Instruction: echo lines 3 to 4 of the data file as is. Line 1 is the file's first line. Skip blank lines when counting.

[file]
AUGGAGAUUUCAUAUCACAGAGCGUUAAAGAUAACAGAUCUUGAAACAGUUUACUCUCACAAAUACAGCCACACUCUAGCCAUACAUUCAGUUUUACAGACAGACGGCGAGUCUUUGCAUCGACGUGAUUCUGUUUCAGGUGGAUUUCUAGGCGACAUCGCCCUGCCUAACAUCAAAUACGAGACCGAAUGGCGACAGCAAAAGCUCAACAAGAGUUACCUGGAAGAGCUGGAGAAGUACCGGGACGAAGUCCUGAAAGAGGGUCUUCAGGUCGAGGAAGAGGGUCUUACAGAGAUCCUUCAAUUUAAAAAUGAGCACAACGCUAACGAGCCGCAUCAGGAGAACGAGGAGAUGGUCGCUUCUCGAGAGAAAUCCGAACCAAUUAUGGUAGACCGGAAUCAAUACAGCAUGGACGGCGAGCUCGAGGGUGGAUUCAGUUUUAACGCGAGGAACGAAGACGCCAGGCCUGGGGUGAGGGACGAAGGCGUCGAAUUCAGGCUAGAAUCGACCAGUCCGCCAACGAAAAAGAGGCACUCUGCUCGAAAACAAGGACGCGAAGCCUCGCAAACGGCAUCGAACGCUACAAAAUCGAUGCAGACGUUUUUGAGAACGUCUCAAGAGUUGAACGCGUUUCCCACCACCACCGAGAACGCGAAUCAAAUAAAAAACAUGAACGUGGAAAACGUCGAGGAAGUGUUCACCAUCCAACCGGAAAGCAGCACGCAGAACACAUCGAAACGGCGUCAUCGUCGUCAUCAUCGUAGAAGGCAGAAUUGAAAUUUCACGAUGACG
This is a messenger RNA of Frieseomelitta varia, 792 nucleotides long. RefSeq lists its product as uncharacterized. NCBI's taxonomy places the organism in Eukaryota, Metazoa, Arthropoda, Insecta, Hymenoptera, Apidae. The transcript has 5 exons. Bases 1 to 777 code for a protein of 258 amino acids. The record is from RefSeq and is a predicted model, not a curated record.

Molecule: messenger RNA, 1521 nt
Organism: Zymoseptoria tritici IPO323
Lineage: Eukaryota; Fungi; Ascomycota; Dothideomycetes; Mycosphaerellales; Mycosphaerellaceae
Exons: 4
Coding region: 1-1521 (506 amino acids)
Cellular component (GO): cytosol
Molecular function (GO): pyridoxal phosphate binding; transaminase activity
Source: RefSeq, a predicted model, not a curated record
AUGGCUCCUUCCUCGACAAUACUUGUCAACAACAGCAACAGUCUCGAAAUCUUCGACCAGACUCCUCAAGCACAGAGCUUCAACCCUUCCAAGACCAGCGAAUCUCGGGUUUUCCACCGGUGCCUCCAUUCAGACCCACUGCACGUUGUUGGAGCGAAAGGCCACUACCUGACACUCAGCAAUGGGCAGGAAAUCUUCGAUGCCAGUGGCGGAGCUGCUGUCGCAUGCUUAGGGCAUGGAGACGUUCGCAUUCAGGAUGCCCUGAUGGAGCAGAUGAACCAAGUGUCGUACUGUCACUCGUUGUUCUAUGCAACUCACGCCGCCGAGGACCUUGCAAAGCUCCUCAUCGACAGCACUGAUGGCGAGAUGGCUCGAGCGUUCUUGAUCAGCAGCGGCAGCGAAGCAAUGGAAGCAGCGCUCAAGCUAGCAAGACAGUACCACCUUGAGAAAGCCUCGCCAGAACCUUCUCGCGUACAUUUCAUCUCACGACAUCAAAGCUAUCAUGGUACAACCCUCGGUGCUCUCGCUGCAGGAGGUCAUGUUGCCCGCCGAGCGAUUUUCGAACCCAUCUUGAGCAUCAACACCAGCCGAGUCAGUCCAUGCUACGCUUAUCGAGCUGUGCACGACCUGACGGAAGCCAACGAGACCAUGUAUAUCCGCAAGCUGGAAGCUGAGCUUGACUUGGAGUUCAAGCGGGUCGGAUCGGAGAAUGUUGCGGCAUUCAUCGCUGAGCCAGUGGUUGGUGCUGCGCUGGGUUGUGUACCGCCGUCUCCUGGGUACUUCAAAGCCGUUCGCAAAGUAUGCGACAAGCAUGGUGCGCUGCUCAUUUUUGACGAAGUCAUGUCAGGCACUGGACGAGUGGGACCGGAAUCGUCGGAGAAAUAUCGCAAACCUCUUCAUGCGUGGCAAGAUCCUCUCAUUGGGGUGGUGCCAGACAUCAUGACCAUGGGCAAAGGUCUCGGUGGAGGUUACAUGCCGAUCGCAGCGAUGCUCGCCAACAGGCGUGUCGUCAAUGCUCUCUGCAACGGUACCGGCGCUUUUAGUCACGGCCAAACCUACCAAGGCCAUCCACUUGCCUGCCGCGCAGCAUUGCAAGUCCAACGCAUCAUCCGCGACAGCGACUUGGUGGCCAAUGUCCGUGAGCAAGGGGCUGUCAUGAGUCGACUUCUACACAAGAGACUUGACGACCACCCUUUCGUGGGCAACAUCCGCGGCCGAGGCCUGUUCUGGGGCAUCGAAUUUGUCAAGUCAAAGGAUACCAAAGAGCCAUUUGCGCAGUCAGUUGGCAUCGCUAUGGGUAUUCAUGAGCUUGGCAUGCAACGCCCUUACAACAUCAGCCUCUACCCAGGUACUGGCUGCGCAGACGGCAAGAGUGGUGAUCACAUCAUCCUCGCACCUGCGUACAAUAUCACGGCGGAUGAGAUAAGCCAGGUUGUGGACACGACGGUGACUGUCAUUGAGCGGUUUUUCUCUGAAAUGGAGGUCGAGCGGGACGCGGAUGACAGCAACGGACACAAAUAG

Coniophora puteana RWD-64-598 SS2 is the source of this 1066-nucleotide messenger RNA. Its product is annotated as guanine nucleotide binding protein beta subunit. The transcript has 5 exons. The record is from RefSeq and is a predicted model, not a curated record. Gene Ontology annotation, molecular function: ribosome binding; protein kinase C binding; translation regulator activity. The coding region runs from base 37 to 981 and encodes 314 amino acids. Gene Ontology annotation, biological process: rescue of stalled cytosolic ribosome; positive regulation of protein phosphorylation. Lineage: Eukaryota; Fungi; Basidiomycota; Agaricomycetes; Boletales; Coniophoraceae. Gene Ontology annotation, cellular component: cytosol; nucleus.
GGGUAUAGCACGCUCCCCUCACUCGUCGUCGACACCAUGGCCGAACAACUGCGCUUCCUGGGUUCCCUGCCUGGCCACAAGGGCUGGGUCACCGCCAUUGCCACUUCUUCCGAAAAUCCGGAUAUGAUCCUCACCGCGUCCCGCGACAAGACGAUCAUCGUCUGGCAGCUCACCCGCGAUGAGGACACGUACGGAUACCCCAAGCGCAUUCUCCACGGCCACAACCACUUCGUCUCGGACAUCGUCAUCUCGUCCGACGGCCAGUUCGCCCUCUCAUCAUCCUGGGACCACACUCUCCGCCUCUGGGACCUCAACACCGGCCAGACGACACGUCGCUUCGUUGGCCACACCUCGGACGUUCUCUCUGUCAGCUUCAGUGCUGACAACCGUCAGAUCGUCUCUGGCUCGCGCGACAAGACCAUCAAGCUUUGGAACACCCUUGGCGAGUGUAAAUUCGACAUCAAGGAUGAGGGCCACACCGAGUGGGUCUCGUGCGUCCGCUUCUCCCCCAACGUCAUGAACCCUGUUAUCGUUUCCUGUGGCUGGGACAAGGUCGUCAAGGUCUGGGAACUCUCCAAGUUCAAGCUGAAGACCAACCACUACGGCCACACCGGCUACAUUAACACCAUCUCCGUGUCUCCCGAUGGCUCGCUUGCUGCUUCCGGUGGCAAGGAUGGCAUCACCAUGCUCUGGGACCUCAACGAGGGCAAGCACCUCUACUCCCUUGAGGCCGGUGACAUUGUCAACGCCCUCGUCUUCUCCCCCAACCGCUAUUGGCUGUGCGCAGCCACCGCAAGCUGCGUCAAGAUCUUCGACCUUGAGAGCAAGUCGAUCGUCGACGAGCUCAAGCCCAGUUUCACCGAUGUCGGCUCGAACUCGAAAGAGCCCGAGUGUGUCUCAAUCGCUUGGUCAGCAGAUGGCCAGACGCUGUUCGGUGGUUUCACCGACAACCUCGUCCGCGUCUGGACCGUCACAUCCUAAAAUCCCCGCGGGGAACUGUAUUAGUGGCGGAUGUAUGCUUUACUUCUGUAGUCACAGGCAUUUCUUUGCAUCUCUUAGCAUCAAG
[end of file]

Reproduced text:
Molecule: messenger RNA, 1521 nt
Organism: Zymoseptoria tritici IPO323